Expert Tip: Validation of Bridge Seismic Analysis Model Results

Dynamic , Seismic Analysis , Modal Analysis , Michael Baker , Bridge Engineering , Response Spectrum Analysis , Bridge Design , midas Civil .
Validation of Bridge Seismic Analysis Model Results

5 min read

Author: Ethan Baker P.E., S.E.

Publish Date: 17 Apr, 2024


In the world of bridge design, seismic analysis is sometimes seen as a rigorous process that can yield results that, at first, are not intuitive. The AASHTO LRFD Bridge Design Specifications require different analysis methods depending on seismic performance zone, bridge operational classification, and structural regularity. Each type of seismic analysis can vary in level of complexity. With more powerful analysis methods and complexity possible where software is employed, it is important to verify that the analysis output is reasonable. This article outlines some simple, but powerful, hand-calculations and model verification checks that can be performed to validate a seismic analysis model.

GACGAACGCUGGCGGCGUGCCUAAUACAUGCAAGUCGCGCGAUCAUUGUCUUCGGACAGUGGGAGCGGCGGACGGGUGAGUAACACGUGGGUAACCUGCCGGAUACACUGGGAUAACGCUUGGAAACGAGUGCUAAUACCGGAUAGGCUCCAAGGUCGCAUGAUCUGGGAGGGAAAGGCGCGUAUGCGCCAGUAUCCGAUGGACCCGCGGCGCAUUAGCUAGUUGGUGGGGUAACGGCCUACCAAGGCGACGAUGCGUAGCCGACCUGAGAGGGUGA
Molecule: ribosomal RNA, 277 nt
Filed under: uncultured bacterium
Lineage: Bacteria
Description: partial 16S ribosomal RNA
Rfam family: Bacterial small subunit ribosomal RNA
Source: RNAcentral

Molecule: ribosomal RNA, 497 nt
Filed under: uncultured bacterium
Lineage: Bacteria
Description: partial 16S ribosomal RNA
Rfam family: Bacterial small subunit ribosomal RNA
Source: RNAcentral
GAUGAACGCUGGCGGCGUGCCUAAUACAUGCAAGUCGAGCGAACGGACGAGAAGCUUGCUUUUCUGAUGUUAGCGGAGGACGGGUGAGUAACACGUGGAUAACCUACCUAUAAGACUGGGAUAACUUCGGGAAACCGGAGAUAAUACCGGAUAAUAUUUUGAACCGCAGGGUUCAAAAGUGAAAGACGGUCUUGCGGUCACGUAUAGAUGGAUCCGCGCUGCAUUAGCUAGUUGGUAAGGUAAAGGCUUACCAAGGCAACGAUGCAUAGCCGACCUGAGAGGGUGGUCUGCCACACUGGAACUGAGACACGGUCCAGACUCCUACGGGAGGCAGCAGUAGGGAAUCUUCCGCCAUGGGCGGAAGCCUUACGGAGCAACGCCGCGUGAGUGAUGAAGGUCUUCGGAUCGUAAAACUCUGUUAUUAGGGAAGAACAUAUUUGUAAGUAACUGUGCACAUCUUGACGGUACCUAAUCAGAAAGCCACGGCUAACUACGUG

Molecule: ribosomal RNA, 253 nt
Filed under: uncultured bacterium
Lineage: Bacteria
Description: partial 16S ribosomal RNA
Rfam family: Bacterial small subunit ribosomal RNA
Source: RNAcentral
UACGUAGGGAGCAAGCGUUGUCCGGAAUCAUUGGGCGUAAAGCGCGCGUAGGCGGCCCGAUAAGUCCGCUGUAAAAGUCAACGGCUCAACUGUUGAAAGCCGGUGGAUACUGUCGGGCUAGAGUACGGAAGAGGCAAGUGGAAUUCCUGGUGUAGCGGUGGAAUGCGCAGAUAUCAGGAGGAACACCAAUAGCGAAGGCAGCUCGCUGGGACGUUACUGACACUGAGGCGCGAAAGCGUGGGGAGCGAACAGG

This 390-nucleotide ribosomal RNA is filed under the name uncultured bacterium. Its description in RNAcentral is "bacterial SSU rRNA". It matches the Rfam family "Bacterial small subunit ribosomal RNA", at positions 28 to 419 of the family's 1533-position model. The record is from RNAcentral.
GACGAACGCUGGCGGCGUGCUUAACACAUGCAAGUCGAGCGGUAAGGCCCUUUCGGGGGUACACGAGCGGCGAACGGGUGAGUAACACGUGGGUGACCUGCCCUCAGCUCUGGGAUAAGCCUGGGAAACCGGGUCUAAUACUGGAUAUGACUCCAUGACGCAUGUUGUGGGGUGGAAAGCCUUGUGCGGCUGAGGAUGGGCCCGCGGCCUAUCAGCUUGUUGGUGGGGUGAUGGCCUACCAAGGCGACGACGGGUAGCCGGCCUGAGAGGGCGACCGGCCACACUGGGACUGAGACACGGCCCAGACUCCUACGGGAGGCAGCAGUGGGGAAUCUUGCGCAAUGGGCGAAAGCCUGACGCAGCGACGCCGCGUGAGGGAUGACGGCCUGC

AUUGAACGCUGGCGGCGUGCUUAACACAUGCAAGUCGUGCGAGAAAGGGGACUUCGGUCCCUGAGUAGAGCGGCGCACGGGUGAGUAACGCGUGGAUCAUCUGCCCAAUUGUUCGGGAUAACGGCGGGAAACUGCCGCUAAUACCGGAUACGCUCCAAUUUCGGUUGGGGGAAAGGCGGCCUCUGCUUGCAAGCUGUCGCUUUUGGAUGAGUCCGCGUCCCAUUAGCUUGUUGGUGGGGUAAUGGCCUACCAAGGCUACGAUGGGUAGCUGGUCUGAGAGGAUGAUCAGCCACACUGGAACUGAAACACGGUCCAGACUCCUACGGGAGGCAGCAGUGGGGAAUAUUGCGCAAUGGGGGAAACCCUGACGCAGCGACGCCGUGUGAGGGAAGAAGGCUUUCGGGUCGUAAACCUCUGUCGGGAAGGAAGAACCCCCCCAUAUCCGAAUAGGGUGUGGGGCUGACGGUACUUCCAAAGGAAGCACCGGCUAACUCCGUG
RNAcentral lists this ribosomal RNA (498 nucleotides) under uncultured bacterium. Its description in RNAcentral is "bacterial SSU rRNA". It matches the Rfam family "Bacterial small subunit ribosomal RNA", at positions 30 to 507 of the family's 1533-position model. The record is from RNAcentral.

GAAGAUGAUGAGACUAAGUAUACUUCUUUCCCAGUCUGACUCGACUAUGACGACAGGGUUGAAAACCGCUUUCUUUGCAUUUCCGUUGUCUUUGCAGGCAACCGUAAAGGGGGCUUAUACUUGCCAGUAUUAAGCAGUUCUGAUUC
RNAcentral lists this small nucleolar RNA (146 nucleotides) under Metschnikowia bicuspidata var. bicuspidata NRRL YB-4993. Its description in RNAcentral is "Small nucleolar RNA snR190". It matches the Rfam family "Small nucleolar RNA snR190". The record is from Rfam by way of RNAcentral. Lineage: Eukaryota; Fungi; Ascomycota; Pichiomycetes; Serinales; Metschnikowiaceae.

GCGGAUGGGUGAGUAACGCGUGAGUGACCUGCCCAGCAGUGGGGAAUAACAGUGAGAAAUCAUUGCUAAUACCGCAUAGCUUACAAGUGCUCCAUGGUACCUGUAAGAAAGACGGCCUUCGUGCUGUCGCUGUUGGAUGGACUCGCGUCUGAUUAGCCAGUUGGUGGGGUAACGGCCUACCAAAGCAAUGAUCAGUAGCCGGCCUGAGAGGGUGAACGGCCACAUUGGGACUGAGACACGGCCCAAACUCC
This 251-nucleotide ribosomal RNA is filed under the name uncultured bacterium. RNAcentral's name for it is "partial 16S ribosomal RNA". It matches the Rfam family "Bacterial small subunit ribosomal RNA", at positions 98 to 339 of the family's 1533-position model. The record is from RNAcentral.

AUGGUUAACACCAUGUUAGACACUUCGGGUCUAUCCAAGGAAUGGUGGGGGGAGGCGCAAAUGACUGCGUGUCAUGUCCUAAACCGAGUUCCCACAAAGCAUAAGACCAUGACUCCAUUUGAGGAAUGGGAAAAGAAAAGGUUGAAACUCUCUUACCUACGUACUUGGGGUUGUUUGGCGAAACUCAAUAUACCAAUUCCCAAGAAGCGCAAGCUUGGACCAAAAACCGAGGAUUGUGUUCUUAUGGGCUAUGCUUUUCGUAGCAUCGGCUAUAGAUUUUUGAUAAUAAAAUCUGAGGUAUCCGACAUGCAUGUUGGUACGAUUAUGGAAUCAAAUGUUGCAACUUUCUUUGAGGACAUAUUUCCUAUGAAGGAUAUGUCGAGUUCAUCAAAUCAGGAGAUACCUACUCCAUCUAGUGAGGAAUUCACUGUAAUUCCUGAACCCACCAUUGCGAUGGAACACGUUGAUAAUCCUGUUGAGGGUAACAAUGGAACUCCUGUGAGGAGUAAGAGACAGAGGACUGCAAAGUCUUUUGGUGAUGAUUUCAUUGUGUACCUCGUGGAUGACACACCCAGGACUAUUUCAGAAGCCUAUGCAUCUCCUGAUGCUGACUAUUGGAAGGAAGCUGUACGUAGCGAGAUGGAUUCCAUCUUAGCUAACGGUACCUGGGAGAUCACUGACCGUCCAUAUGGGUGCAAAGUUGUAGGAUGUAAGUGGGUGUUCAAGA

Seismic Mass

From single-mode analysis to non-linear time history analysis, seismic mass is one of the most important factors in a representative model as it directly influences the dynamic behavior of the structure. When subjected to ground motion during an earthquake, the mass of the structure interacts with acceleration to create inertial forces. Underestimation of the mass can lead to inaccurate design forces and displacements. Mass also plays a key role in determining the structure’s modes of vibration. An accurate accounting of contributing seismic mass ensures reliable mode shapes and frequencies, which directly impact the structure’s seismic response.

Also of importance is the distribution of mass. Rather than modeling lengthy elements, elements should thoughtfully be discretized to ensure their masses, which are lumped to the connecting nodes, are well distributed. However, too much discretization can lead to unnecessary modes. A balanced approach is recommended, and the results should be limited to several contributing modes.